Tuesday, January 1, 2013

Review: The Fault in Our Stars by John Green

Title: The Fault in Our Stars 
Author: John Green 
Release Date: January 10, 2012
Source: Bought

My Rating: fullfullfullfullfull
Diagnosed with Stage IV thyroid cancer at 13, Hazel was prepared to die until, at 14, a medical miracle shrunk the tumours in her lungs... for now.

Two years post-miracle, sixteen-year-old Hazel is post-everything else, too; post-high school, post-friends and post-normalcy. And even though she could live for a long time (whatever that means), Hazel lives tethered to an oxygen tank, the tumours tenuously kept at bay with a constant chemical assault.

Enter Augustus Waters. A match made at cancer kid support group, Augustus is gorgeous, in remission, and shockingly to her, interested in Hazel. Being with Augustus is both an unexpected destination and a long-needed journey, pushing Hazel to re-examine how sickness and health, life and death, will define her and the legacy that everyone leaves behind. (taken from goodreads.com)
There are books that I love. If asked, I could rattle off a pretty decent list. Then there are the books I'm in love with. I could count those on one hand. I am in love with The Fault in Our Stars. Head over heels in love. This book stole my heart and captured my mind. It also broke my heart. It is, by far, one of the most phenomenal books I have ever read. 

I was blown away by John Green. I've never read any of his other books, but now it is glaringly obvious that I've made a huge mistake by overlooking them. He is utterly brilliant. While I was devouring The Fault in Our Stars, I took out a package of sticky tabs and began to bookmark every quote that made me laugh, brought tears to my eyes, or struck me as profound. In the end, I ran out of sticky tabs. His words are beautiful

Hazel now ranks among my top fictional heroines. She's incredibly strong and intelligent. Her wit won my affections, her illness my pity, and her personality my heart. In a way, I felt that I was Hazel as I read the story. Augustus is equally deep. He felt as realistic and honest as any person I've ever known in real life. He is far from perfect, but in a way, that makes him perfect. He is real, not some ridiculous sparkly vampire or brooding bad boy. Augustus Waters is, as far as I'm concerned, a real person. Hazel is real. They live in the minds of readers far after they've fallen in love with this story.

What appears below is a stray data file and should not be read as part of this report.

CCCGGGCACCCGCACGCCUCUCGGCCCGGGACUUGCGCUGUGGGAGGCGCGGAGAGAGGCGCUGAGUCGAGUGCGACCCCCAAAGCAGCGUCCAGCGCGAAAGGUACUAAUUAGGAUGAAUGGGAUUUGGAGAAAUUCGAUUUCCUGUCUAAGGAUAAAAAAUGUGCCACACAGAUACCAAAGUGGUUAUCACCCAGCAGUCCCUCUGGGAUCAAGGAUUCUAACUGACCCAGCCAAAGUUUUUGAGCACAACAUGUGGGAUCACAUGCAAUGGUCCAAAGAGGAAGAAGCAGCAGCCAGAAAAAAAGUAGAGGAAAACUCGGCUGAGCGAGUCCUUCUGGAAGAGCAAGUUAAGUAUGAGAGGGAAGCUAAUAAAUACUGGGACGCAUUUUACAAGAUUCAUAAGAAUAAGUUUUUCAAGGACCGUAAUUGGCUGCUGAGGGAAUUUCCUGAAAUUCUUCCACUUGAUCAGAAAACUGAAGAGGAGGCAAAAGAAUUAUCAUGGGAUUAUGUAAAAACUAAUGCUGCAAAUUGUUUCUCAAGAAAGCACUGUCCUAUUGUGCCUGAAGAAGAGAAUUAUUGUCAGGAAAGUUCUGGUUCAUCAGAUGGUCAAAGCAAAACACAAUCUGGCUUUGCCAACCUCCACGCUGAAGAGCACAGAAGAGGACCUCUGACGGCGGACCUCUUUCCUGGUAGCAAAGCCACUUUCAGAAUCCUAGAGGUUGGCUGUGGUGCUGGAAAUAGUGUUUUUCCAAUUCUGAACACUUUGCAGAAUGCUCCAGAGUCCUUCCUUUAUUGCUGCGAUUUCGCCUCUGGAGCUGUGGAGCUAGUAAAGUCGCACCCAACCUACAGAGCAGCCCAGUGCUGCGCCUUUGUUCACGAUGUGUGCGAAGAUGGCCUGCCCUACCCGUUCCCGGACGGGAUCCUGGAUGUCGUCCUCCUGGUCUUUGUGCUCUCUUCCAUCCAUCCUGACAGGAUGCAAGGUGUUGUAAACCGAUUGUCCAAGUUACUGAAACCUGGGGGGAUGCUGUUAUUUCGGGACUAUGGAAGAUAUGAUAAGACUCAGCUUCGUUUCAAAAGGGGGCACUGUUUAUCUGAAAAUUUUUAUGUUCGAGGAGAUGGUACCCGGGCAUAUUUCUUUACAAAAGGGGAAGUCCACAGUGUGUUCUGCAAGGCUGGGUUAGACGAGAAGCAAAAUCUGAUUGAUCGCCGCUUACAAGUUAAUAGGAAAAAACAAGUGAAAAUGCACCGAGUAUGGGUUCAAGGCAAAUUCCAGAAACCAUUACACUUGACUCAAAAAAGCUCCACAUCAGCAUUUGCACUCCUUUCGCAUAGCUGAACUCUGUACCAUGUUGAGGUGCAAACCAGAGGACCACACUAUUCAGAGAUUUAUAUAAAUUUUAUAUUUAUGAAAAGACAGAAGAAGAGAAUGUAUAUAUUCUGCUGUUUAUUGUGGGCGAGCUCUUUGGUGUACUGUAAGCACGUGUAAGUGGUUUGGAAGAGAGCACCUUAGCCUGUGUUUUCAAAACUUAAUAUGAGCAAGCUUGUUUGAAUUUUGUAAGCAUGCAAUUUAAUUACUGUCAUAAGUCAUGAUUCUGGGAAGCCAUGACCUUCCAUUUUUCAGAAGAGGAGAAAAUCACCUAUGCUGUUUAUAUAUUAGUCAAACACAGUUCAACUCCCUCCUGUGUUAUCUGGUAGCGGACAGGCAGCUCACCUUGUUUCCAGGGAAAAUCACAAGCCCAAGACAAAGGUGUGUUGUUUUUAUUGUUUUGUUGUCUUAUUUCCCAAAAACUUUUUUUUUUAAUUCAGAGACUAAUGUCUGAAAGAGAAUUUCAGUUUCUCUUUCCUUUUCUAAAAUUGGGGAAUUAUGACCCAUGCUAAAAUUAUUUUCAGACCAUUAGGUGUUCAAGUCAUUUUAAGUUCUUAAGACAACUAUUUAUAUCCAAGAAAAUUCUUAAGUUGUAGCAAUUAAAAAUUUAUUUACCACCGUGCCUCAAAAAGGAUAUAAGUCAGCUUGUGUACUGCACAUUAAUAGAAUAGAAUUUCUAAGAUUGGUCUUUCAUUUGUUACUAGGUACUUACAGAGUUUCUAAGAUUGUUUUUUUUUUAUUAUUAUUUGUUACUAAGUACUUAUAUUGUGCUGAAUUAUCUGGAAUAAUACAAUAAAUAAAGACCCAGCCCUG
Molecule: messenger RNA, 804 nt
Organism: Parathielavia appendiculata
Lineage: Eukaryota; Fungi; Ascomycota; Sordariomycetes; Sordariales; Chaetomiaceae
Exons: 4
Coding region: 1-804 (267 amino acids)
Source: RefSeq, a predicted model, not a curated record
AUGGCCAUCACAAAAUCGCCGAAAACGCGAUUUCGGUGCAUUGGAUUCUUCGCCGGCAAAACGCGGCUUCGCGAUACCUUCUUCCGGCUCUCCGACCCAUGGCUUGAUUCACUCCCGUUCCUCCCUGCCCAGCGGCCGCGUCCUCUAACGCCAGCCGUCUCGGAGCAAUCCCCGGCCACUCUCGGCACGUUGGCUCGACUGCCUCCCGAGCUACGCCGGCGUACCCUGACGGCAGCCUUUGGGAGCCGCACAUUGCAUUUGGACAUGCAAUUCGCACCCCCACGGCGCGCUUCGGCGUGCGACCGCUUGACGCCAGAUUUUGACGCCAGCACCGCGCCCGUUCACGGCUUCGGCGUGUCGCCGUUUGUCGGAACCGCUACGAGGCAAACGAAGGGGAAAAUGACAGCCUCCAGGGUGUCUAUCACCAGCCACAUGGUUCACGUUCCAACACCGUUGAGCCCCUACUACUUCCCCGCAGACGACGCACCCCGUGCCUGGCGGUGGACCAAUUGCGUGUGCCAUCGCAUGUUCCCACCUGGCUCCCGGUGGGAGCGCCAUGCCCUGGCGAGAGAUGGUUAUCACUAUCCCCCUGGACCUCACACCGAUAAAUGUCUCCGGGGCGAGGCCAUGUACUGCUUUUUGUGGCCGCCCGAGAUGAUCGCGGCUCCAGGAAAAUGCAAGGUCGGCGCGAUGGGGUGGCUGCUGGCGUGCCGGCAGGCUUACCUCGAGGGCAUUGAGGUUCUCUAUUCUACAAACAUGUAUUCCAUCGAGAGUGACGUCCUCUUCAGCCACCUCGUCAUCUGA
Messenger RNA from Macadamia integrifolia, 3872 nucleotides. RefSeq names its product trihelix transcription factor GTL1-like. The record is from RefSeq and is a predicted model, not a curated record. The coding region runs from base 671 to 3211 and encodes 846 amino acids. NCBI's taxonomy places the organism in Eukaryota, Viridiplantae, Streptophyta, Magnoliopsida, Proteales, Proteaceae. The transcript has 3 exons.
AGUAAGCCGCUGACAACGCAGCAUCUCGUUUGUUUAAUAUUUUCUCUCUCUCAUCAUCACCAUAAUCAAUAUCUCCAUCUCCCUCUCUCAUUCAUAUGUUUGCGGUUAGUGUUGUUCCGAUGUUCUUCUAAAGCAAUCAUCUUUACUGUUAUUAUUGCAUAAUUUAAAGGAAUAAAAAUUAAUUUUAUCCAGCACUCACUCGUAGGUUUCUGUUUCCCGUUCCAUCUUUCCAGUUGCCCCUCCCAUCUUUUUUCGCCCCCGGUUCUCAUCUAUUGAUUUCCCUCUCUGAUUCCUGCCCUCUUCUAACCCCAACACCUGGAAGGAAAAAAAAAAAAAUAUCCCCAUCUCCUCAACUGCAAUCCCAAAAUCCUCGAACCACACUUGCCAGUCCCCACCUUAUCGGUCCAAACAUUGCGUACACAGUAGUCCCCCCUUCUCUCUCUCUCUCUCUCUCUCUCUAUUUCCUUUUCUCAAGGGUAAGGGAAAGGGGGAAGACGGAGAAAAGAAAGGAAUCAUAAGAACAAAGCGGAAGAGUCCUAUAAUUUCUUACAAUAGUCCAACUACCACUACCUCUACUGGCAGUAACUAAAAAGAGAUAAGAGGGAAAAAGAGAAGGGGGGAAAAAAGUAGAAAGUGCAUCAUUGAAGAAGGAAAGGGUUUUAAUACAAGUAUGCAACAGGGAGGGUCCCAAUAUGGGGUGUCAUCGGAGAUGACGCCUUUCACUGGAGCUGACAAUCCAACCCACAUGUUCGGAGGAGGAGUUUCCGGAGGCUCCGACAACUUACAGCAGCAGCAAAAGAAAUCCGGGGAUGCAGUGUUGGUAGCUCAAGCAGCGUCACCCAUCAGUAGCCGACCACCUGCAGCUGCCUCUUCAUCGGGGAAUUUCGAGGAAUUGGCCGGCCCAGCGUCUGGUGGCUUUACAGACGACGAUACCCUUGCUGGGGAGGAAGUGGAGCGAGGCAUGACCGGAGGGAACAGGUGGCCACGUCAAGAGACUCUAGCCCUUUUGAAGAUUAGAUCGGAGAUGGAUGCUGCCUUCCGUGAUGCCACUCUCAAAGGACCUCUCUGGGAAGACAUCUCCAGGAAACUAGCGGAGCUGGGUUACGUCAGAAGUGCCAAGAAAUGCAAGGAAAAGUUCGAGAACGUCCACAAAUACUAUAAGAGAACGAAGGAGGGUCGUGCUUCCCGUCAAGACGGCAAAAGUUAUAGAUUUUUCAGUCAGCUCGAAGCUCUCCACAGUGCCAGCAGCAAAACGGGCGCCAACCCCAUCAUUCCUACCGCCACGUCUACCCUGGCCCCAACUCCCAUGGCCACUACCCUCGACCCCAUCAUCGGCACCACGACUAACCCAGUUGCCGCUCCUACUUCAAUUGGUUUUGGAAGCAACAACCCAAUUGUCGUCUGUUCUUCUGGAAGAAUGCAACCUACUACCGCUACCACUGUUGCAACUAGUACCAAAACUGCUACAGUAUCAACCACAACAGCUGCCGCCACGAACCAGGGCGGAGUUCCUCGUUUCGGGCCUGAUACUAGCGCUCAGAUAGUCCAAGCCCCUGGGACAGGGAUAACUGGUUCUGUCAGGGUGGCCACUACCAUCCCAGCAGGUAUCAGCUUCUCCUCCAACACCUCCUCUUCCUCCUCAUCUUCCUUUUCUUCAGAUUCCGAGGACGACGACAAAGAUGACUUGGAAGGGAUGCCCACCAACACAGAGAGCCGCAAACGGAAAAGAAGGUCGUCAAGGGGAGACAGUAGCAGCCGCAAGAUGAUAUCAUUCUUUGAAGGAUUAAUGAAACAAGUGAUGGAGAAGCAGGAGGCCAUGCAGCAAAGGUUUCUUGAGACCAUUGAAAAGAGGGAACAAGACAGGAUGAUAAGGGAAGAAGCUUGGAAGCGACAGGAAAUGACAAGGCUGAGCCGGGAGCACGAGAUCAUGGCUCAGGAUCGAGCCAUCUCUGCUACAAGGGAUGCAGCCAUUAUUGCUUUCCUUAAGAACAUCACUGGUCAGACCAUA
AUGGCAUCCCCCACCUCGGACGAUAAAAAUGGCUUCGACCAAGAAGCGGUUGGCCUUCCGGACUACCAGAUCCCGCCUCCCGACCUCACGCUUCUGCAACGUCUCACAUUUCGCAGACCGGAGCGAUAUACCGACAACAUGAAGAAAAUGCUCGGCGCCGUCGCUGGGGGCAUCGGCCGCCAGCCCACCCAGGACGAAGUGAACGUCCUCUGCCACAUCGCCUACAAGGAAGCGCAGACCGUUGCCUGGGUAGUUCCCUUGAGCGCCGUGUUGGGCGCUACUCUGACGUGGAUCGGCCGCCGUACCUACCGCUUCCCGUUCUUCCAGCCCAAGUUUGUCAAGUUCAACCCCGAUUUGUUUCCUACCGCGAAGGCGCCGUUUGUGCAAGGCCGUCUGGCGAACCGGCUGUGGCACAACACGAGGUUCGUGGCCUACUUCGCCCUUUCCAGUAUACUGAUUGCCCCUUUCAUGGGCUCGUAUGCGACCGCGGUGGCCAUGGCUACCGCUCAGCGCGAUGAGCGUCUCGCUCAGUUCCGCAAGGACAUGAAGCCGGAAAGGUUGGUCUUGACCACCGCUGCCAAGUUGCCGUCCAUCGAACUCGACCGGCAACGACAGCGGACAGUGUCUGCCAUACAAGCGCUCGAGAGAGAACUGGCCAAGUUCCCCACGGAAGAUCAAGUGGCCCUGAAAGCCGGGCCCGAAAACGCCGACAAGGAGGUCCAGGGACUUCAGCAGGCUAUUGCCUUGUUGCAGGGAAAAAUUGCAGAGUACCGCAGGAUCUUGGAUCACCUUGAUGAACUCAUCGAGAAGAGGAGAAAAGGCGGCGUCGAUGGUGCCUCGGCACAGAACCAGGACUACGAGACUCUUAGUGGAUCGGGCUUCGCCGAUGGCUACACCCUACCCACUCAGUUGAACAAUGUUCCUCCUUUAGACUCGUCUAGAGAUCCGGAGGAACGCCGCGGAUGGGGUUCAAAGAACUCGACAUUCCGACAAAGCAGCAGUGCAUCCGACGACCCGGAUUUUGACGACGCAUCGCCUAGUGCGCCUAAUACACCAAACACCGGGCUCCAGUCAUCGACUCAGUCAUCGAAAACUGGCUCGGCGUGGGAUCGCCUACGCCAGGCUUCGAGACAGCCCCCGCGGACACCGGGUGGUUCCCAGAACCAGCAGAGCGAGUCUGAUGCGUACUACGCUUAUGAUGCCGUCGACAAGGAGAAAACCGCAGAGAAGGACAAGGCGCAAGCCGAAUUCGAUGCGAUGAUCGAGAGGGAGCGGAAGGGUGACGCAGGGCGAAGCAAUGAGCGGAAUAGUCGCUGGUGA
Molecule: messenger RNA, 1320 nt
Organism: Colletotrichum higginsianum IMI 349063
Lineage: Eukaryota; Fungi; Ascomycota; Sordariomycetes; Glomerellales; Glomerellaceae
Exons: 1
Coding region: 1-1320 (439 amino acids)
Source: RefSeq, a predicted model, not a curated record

This is a cancer book, but it's unlike others I've read. It does not romanticize the illness. It reveals it for the painful, horrifying experience that it is. While it may be categorized as a cancer book, there is so much more to the story. It is a tale of self-discovery, acceptance, love, and the beauty of life. It makes you step back and appreciate all that you have. 

I can remember crying while reading two books before. Sure, I've teared up plenty of times, but I have never legitimately bawled at a book like I did while reading The Fault in Our Stars. This book affected me like I never could have imagined. I was inconsolable for a good hour, and then I went back to reread all of my favorite parts. Even after that I stayed up late contemplating the brilliance of the novel. To be fair, this book is also hilariously witty and intelligent. It is not all sadness. There is a great deal of happiness between these 313 pages. 

As John Green said, “Sometimes, you read a book and it fills you with this weird evangelical zeal, and you become convinced that the shattered world will never be put back together unless and until all living humans read the book.” This raving, fan-girly review is my zeal. If you read one more book while living, make it this one. The Fault in Our Stars is perfect. 

“Some people don't understand the promises they're making when they make them," I said.

"Right, of course. But you keep the promise anyway. That's what love is. Love is keeping the promise anyway.”